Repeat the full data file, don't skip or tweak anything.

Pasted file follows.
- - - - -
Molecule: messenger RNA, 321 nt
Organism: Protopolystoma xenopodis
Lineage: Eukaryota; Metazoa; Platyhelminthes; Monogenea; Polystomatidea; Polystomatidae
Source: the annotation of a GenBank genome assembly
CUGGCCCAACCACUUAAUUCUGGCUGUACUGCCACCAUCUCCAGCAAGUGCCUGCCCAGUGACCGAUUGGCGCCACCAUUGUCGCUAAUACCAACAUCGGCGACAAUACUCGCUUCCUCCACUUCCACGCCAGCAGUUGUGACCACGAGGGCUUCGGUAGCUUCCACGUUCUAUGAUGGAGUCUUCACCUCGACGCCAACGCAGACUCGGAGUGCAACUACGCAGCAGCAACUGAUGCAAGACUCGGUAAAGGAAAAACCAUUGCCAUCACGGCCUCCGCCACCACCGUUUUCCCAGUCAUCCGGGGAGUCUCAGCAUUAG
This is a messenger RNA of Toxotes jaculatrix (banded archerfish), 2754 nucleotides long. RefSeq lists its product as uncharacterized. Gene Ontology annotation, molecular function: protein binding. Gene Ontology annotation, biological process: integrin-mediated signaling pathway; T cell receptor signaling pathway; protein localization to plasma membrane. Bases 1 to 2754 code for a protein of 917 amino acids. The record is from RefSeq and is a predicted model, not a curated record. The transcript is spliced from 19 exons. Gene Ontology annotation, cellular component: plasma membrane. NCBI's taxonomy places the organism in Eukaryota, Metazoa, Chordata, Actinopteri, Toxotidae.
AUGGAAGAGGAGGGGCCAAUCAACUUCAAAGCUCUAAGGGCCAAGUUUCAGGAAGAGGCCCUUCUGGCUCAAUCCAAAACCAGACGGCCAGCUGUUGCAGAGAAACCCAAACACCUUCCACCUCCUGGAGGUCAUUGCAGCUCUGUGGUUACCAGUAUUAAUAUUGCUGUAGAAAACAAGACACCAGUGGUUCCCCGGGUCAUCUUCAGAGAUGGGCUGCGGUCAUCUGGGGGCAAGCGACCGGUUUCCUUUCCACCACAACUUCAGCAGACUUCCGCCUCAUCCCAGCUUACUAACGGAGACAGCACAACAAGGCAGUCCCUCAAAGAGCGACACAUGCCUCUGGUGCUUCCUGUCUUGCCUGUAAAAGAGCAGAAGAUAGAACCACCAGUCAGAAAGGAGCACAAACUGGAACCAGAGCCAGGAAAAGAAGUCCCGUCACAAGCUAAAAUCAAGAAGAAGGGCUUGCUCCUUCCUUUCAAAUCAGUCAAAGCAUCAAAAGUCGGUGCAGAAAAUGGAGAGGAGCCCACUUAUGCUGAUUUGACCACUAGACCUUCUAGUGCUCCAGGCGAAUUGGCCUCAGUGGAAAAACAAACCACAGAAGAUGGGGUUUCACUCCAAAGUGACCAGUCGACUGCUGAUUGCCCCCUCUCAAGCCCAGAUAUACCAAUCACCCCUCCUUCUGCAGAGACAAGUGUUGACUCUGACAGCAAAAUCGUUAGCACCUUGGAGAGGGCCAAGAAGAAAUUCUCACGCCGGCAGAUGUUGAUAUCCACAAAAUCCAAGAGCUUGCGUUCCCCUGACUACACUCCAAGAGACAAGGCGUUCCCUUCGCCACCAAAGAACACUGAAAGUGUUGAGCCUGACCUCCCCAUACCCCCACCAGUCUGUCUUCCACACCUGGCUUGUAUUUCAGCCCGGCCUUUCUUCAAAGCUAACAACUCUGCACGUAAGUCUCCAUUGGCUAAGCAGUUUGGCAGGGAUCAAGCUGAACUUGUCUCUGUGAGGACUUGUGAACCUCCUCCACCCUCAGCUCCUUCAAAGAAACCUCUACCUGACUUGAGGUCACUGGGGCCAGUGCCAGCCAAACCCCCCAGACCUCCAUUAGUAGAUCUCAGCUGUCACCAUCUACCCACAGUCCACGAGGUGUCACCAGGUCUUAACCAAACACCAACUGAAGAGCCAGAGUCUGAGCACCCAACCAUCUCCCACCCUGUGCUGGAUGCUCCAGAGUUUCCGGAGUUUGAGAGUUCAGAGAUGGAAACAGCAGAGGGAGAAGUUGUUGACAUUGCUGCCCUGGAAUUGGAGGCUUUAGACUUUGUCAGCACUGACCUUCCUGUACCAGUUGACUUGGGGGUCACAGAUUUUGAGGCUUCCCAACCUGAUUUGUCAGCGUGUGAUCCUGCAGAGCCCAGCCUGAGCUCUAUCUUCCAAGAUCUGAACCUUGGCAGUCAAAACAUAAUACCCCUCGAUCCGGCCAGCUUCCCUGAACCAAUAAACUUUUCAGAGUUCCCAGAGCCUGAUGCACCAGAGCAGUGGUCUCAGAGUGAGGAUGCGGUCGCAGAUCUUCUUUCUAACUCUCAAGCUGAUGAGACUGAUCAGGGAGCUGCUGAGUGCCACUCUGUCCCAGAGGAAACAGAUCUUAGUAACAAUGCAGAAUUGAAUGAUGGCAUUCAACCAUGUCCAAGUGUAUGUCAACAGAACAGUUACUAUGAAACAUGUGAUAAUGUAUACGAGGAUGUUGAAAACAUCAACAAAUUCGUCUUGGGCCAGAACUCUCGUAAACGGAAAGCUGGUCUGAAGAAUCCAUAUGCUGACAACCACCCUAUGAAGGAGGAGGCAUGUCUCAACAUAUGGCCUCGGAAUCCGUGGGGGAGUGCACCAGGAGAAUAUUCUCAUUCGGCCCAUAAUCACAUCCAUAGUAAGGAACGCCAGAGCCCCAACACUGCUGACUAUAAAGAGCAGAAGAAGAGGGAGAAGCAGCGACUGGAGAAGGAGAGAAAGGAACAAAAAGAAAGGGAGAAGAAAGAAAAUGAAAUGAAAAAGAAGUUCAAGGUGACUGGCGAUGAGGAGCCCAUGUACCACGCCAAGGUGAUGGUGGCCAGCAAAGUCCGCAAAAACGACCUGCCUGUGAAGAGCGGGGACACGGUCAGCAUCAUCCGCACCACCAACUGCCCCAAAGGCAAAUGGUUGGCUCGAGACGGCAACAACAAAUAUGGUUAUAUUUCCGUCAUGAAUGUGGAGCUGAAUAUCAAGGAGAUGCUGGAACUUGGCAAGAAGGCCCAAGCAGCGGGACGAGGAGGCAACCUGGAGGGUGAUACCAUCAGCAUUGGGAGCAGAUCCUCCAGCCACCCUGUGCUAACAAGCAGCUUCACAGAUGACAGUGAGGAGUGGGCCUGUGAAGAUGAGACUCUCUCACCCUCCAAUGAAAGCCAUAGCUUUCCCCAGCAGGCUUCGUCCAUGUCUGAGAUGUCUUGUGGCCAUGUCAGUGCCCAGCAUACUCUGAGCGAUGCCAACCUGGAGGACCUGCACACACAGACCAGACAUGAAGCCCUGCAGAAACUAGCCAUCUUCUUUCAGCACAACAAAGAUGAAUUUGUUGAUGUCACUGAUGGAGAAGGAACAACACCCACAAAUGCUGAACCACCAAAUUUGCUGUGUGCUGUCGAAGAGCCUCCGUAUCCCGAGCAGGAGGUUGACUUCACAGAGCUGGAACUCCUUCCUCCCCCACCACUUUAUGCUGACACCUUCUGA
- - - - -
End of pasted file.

Molecule: messenger RNA, 321 nt
Organism: Protopolystoma xenopodis
Lineage: Eukaryota; Metazoa; Platyhelminthes; Monogenea; Polystomatidea; Polystomatidae
Source: the annotation of a GenBank genome assembly
CUGGCCCAACCACUUAAUUCUGGCUGUACUGCCACCAUCUCCAGCAAGUGCCUGCCCAGUGACCGAUUGGCGCCACCAUUGUCGCUAAUACCAACAUCGGCGACAAUACUCGCUUCCUCCACUUCCACGCCAGCAGUUGUGACCACGAGGGCUUCGGUAGCUUCCACGUUCUAUGAUGGAGUCUUCACCUCGACGCCAACGCAGACUCGGAGUGCAACUACGCAGCAGCAACUGAUGCAAGACUCGGUAAAGGAAAAACCAUUGCCAUCACGGCCUCCGCCACCACCGUUUUCCCAGUCAUCCGGGGAGUCUCAGCAUUAG
This is a messenger RNA of Toxotes jaculatrix (banded archerfish), 2754 nucleotides long. RefSeq lists its product as uncharacterized. Gene Ontology annotation, molecular function: protein binding. Gene Ontology annotation, biological process: integrin-mediated signaling pathway; T cell receptor signaling pathway; protein localization to plasma membrane. Bases 1 to 2754 code for a protein of 917 amino acids. The record is from RefSeq and is a predicted model, not a curated record. The transcript is spliced from 19 exons. Gene Ontology annotation, cellular component: plasma membrane. NCBI's taxonomy places the organism in Eukaryota, Metazoa, Chordata, Actinopteri, Toxotidae.
AUGGAAGAGGAGGGGCCAAUCAACUUCAAAGCUCUAAGGGCCAAGUUUCAGGAAGAGGCCCUUCUGGCUCAAUCCAAAACCAGACGGCCAGCUGUUGCAGAGAAACCCAAACACCUUCCACCUCCUGGAGGUCAUUGCAGCUCUGUGGUUACCAGUAUUAAUAUUGCUGUAGAAAACAAGACACCAGUGGUUCCCCGGGUCAUCUUCAGAGAUGGGCUGCGGUCAUCUGGGGGCAAGCGACCGGUUUCCUUUCCACCACAACUUCAGCAGACUUCCGCCUCAUCCCAGCUUACUAACGGAGACAGCACAACAAGGCAGUCCCUCAAAGAGCGACACAUGCCUCUGGUGCUUCCUGUCUUGCCUGUAAAAGAGCAGAAGAUAGAACCACCAGUCAGAAAGGAGCACAAACUGGAACCAGAGCCAGGAAAAGAAGUCCCGUCACAAGCUAAAAUCAAGAAGAAGGGCUUGCUCCUUCCUUUCAAAUCAGUCAAAGCAUCAAAAGUCGGUGCAGAAAAUGGAGAGGAGCCCACUUAUGCUGAUUUGACCACUAGACCUUCUAGUGCUCCAGGCGAAUUGGCCUCAGUGGAAAAACAAACCACAGAAGAUGGGGUUUCACUCCAAAGUGACCAGUCGACUGCUGAUUGCCCCCUCUCAAGCCCAGAUAUACCAAUCACCCCUCCUUCUGCAGAGACAAGUGUUGACUCUGACAGCAAAAUCGUUAGCACCUUGGAGAGGGCCAAGAAGAAAUUCUCACGCCGGCAGAUGUUGAUAUCCACAAAAUCCAAGAGCUUGCGUUCCCCUGACUACACUCCAAGAGACAAGGCGUUCCCUUCGCCACCAAAGAACACUGAAAGUGUUGAGCCUGACCUCCCCAUACCCCCACCAGUCUGUCUUCCACACCUGGCUUGUAUUUCAGCCCGGCCUUUCUUCAAAGCUAACAACUCUGCACGUAAGUCUCCAUUGGCUAAGCAGUUUGGCAGGGAUCAAGCUGAACUUGUCUCUGUGAGGACUUGUGAACCUCCUCCACCCUCAGCUCCUUCAAAGAAACCUCUACCUGACUUGAGGUCACUGGGGCCAGUGCCAGCCAAACCCCCCAGACCUCCAUUAGUAGAUCUCAGCUGUCACCAUCUACCCACAGUCCACGAGGUGUCACCAGGUCUUAACCAAACACCAACUGAAGAGCCAGAGUCUGAGCACCCAACCAUCUCCCACCCUGUGCUGGAUGCUCCAGAGUUUCCGGAGUUUGAGAGUUCAGAGAUGGAAACAGCAGAGGGAGAAGUUGUUGACAUUGCUGCCCUGGAAUUGGAGGCUUUAGACUUUGUCAGCACUGACCUUCCUGUACCAGUUGACUUGGGGGUCACAGAUUUUGAGGCUUCCCAACCUGAUUUGUCAGCGUGUGAUCCUGCAGAGCCCAGCCUGAGCUCUAUCUUCCAAGAUCUGAACCUUGGCAGUCAAAACAUAAUACCCCUCGAUCCGGCCAGCUUCCCUGAACCAAUAAACUUUUCAGAGUUCCCAGAGCCUGAUGCACCAGAGCAGUGGUCUCAGAGUGAGGAUGCGGUCGCAGAUCUUCUUUCUAACUCUCAAGCUGAUGAGACUGAUCAGGGAGCUGCUGAGUGCCACUCUGUCCCAGAGGAAACAGAUCUUAGUAACAAUGCAGAAUUGAAUGAUGGCAUUCAACCAUGUCCAAGUGUAUGUCAACAGAACAGUUACUAUGAAACAUGUGAUAAUGUAUACGAGGAUGUUGAAAACAUCAACAAAUUCGUCUUGGGCCAGAACUCUCGUAAACGGAAAGCUGGUCUGAAGAAUCCAUAUGCUGACAACCACCCUAUGAAGGAGGAGGCAUGUCUCAACAUAUGGCCUCGGAAUCCGUGGGGGAGUGCACCAGGAGAAUAUUCUCAUUCGGCCCAUAAUCACAUCCAUAGUAAGGAACGCCAGAGCCCCAACACUGCUGACUAUAAAGAGCAGAAGAAGAGGGAGAAGCAGCGACUGGAGAAGGAGAGAAAGGAACAAAAAGAAAGGGAGAAGAAAGAAAAUGAAAUGAAAAAGAAGUUCAAGGUGACUGGCGAUGAGGAGCCCAUGUACCACGCCAAGGUGAUGGUGGCCAGCAAAGUCCGCAAAAACGACCUGCCUGUGAAGAGCGGGGACACGGUCAGCAUCAUCCGCACCACCAACUGCCCCAAAGGCAAAUGGUUGGCUCGAGACGGCAACAACAAAUAUGGUUAUAUUUCCGUCAUGAAUGUGGAGCUGAAUAUCAAGGAGAUGCUGGAACUUGGCAAGAAGGCCCAAGCAGCGGGACGAGGAGGCAACCUGGAGGGUGAUACCAUCAGCAUUGGGAGCAGAUCCUCCAGCCACCCUGUGCUAACAAGCAGCUUCACAGAUGACAGUGAGGAGUGGGCCUGUGAAGAUGAGACUCUCUCACCCUCCAAUGAAAGCCAUAGCUUUCCCCAGCAGGCUUCGUCCAUGUCUGAGAUGUCUUGUGGCCAUGUCAGUGCCCAGCAUACUCUGAGCGAUGCCAACCUGGAGGACCUGCACACACAGACCAGACAUGAAGCCCUGCAGAAACUAGCCAUCUUCUUUCAGCACAACAAAGAUGAAUUUGUUGAUGUCACUGAUGGAGAAGGAACAACACCCACAAAUGCUGAACCACCAAAUUUGCUGUGUGCUGUCGAAGAGCCUCCGUAUCCCGAGCAGGAGGUUGACUUCACAGAGCUGGAACUCCUUCCUCCCCCACCACUUUAUGCUGACACCUUCUGA